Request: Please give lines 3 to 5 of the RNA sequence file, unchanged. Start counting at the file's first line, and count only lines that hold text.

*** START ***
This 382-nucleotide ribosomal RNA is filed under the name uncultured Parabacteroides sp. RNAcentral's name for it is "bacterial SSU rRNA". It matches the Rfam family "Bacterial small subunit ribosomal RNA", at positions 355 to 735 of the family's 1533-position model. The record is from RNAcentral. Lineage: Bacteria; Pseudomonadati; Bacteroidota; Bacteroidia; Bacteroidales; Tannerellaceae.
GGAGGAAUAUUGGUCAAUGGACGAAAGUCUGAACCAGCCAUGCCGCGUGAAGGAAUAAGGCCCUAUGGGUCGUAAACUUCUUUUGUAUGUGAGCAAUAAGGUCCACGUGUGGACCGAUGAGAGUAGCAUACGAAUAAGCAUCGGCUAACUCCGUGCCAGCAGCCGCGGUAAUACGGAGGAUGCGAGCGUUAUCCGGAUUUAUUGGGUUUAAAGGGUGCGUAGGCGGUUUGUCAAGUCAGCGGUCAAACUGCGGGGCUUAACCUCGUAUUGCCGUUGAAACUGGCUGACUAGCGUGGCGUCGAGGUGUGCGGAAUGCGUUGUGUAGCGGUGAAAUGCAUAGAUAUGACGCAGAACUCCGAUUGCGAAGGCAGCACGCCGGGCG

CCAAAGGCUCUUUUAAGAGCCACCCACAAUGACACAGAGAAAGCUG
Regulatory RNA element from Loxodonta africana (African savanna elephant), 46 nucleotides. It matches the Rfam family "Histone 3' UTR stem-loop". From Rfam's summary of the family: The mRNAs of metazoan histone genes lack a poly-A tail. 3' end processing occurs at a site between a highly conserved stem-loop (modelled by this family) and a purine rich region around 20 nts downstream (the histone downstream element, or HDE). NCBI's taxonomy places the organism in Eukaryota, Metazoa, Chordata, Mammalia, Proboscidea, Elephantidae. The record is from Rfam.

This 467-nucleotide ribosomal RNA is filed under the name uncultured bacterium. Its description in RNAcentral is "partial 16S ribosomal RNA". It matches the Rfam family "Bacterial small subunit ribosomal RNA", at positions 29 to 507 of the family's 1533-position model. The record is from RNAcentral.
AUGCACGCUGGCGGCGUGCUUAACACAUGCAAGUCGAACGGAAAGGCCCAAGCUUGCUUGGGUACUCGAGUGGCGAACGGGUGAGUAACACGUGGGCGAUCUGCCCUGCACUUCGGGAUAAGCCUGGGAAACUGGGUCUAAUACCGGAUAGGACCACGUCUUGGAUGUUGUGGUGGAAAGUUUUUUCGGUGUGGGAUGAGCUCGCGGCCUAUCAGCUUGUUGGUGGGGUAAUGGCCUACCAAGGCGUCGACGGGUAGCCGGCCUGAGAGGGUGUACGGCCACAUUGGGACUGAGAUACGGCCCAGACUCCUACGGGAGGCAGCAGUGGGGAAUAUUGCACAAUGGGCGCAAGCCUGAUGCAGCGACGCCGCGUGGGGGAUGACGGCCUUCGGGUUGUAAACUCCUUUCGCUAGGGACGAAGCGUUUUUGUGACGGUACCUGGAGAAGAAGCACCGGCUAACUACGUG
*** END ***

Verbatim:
CCAAAGGCUCUUUUAAGAGCCACCCACAAUGACACAGAGAAAGCUG
Regulatory RNA element from Loxodonta africana (African savanna elephant), 46 nucleotides. It matches the Rfam family "Histone 3' UTR stem-loop". From Rfam's summary of the family: The mRNAs of metazoan histone genes lack a poly-A tail. 3' end processing occurs at a site between a highly conserved stem-loop (modelled by this family) and a purine rich region around 20 nts downstream (the histone downstream element, or HDE). NCBI's taxonomy places the organism in Eukaryota, Metazoa, Chordata, Mammalia, Proboscidea, Elephantidae. The record is from Rfam.

This 467-nucleotide ribosomal RNA is filed under the name uncultured bacterium. Its description in RNAcentral is "partial 16S ribosomal RNA". It matches the Rfam family "Bacterial small subunit ribosomal RNA", at positions 29 to 507 of the family's 1533-position model. The record is from RNAcentral.